On November 13, Integrated Services Literacy Coaches Janet Klein, Shaunda Stahl and Julie Woolner presented a well-attended professional development opportunity: “Understanding Basic Reading Disability and Dyslexia.” This class was made available to “anyone interested in learning more about dyslexia and how it relates to a basic reading skill deficiency/disability, how it is identified, and appropriate instructional strategies, accommodations and assistive technology to support students.”
Thanks to Janet, Shaunda and Julie for making this invaluable training accessible and applicable.
We are so appreciative of ALL of our PSD School Psychologists – every week! If you have a chance, please take a moment to thank one of them for the difference they make in the lives of so many PSD students.
Brittany Hutson, School Psychologist Lead
In alphabetical order:
Sarah Waldron Moffitt
Photo for 2019-20 coming soon!
Congratulations to PSD School Psychologist, Dr. Melanie Potyondy, Ph.D. for receiving two recent recognitions:
- Runner-up for School Psychologist of the Year at the Colorado Society of School Psychologists (CSSP) Fall Conference!
- Winner of the Excellence in Supervision award from the University of Northern Colorado!
Way to go, Melanie!!
Information below was adapted from an article on the National Association of School Psychologists (NASP) website. More information can be found at NASP.
PSD School Psychologists Meg Griffin (left) and Melanie Potyondy were chosen to present at the CSSP conference in Vail, Colorado. The conference theme was “Mental Health and Wellness in Schools”, with an emphasis on the utilization of a comprehensive service model that implements programming and interventions to support the needs of the whole student.
The presentation was titled “Social Media: Connection vs. Isolation”. Participants were provided with current data representing youth social media usage; including information about positive and negative impacts of social media upon interpersonal effectiveness, behavioral regulation, and mental health. Practical tips were provided around social-media usage to better support students and their families.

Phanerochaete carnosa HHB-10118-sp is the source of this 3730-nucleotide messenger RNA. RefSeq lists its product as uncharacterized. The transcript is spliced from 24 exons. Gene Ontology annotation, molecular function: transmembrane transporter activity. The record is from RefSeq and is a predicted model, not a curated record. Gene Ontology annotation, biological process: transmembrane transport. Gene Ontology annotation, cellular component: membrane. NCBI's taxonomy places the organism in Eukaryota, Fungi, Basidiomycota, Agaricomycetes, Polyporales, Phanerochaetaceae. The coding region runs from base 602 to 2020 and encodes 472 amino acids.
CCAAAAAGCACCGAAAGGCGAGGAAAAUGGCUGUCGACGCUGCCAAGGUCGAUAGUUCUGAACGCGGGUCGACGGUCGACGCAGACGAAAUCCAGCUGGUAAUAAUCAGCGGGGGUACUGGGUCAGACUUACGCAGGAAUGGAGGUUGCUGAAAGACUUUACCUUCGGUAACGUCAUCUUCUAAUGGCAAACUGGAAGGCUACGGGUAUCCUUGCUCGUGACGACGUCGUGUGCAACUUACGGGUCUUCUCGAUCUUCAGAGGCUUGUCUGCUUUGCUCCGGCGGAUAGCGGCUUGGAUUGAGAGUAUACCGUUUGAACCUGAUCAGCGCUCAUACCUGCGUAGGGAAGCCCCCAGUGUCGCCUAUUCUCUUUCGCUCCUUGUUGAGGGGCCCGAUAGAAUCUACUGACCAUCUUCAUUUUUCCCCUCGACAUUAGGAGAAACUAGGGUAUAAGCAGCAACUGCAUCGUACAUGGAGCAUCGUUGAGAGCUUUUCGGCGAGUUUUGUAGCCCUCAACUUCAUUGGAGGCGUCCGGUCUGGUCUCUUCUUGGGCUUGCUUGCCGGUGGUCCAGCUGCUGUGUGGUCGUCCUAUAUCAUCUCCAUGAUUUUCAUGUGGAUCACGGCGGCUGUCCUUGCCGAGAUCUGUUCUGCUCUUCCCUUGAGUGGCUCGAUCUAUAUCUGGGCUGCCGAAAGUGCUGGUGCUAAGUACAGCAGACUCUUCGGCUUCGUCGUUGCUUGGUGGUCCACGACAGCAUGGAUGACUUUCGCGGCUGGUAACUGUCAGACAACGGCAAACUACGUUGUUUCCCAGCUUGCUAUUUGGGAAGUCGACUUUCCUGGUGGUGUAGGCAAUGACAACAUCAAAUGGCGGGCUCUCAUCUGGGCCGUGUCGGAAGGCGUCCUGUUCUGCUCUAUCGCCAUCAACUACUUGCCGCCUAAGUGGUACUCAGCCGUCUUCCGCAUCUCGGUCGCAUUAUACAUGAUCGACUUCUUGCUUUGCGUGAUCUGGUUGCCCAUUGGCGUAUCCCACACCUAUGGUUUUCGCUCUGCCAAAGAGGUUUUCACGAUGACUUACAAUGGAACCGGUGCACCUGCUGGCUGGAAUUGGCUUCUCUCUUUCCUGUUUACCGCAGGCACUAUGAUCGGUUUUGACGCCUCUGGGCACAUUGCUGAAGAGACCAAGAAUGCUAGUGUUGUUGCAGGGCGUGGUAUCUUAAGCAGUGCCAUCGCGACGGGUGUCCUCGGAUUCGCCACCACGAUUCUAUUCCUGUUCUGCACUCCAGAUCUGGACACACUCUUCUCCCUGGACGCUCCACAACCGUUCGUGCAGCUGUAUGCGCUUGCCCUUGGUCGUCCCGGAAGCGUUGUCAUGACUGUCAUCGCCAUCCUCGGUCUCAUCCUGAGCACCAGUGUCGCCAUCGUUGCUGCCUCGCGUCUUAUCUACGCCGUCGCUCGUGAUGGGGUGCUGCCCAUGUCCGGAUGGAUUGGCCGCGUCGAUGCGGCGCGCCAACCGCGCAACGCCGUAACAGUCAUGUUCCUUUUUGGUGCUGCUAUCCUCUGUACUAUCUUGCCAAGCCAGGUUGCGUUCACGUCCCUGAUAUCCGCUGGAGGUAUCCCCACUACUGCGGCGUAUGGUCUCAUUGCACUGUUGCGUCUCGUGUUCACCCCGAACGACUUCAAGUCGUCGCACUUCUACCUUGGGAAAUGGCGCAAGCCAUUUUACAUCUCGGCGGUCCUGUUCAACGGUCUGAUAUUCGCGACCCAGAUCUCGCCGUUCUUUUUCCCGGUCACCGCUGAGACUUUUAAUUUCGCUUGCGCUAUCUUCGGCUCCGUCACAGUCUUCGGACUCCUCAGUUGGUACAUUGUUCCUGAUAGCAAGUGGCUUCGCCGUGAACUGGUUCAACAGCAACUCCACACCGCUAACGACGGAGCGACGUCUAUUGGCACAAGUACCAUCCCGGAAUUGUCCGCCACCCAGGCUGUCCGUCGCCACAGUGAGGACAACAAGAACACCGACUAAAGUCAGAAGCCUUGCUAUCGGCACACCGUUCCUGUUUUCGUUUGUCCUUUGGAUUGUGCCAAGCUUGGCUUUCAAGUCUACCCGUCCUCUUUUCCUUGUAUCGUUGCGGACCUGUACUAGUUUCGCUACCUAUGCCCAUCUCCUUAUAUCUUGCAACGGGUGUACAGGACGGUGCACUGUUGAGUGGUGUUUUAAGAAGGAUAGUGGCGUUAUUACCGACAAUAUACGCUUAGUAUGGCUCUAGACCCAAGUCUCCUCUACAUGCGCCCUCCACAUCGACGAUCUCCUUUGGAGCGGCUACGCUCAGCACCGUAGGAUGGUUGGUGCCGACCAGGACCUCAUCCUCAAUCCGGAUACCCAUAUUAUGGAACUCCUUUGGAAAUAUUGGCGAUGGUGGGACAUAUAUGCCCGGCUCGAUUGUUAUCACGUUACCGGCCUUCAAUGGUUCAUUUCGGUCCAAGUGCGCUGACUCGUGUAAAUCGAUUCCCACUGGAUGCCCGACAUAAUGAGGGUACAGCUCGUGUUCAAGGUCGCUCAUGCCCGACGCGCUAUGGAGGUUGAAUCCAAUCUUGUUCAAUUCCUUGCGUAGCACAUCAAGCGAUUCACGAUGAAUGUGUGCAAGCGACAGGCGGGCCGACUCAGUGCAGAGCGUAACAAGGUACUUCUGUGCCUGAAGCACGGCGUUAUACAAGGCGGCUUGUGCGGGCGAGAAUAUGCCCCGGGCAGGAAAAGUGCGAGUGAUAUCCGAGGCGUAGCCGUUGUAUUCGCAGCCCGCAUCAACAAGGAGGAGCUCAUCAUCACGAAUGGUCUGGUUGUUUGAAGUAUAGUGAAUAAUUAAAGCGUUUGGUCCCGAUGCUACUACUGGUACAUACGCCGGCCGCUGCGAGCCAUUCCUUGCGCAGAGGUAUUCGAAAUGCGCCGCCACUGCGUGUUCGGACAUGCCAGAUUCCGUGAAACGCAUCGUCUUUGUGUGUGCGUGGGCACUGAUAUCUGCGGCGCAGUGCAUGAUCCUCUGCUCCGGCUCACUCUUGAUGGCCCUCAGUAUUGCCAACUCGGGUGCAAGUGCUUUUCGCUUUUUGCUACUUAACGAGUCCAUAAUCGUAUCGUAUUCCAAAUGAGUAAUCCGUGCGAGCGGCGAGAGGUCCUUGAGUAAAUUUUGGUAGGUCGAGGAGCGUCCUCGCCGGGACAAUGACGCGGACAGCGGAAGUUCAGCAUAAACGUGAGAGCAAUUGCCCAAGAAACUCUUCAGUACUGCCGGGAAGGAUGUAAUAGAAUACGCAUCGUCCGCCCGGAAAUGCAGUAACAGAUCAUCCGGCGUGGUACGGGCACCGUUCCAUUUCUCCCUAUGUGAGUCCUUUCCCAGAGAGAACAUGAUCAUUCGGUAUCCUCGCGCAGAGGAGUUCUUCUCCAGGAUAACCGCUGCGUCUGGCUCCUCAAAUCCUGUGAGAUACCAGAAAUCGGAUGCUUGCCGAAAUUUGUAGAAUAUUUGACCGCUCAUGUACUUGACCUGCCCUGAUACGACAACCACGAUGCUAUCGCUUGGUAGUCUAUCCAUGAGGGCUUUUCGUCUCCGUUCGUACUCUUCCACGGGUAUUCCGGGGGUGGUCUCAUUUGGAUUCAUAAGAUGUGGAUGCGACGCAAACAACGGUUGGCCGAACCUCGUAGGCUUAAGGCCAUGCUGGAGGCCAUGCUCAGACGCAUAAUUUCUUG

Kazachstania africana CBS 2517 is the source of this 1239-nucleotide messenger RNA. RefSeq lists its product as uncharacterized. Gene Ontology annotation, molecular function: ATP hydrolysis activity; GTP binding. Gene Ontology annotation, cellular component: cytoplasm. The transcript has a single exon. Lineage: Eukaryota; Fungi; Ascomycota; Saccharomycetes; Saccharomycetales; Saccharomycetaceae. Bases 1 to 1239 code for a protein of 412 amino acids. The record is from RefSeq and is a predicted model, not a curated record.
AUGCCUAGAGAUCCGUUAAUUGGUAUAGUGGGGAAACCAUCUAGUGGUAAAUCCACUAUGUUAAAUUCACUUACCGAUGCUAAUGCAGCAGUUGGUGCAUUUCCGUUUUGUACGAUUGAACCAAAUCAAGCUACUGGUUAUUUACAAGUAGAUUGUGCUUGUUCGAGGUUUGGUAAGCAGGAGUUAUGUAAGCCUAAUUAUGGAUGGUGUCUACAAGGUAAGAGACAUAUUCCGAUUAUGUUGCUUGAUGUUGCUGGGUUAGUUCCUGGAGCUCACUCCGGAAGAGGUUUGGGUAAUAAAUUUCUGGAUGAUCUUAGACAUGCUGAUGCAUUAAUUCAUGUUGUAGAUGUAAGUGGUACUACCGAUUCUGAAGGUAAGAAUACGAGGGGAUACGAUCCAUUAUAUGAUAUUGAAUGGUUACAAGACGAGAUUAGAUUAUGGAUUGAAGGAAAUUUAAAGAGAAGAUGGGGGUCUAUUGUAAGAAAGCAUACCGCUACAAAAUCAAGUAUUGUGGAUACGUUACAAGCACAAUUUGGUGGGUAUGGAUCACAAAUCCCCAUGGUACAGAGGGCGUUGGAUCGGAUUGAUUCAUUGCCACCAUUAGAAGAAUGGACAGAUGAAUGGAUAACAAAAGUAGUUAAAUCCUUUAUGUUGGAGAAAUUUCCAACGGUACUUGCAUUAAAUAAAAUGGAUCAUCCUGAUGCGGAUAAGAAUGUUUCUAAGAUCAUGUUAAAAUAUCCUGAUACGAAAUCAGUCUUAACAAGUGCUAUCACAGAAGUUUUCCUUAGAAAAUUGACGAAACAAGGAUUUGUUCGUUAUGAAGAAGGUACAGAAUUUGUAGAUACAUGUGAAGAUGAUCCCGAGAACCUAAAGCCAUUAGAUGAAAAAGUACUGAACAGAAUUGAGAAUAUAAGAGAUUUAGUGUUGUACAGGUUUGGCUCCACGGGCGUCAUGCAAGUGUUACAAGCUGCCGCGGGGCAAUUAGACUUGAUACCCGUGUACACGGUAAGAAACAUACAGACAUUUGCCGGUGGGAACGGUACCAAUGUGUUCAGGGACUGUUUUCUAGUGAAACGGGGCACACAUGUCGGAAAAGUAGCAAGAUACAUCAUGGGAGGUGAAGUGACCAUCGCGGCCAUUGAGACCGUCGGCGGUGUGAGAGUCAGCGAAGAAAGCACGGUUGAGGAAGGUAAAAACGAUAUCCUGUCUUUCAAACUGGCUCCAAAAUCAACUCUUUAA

Meg Griffin stated, “We feel honored to share our presentation with the intent that the information we provide about accessing the internet and social media in a healthy manner will be taken back to schools and classrooms across the state.”
This week we celebrate and recognize our school psychologists as it is School Psychology Awareness Week!
School psychologists work with individual students and groups of students to support academic intervention, change problem behaviors, address social emotional difficulties, support students with disabilities, and intervene in other situations that challenge students. They also work with teachers and parents to develop techniques for changing behavior in the classroom and at home. Other areas of focus for school psychologists include training students, parents, and teachers about how to manage crisis situations and substance abuse problems.
According to the National Association of School Psychology, there are 10 domains in which school psychologists provide services, including:
- Data-based decision making and accountability
- Consultation and collaboration
- Interventions and instructional support to develop academic skills
- Interventions and mental health services to develop social and life skills
- School-wide practices to promote learning
- Preventive and responsive services
- Family-school collaboration services
- Diversity in development and learning
- Research and program evaluation
- Legal, ethical, and professional practice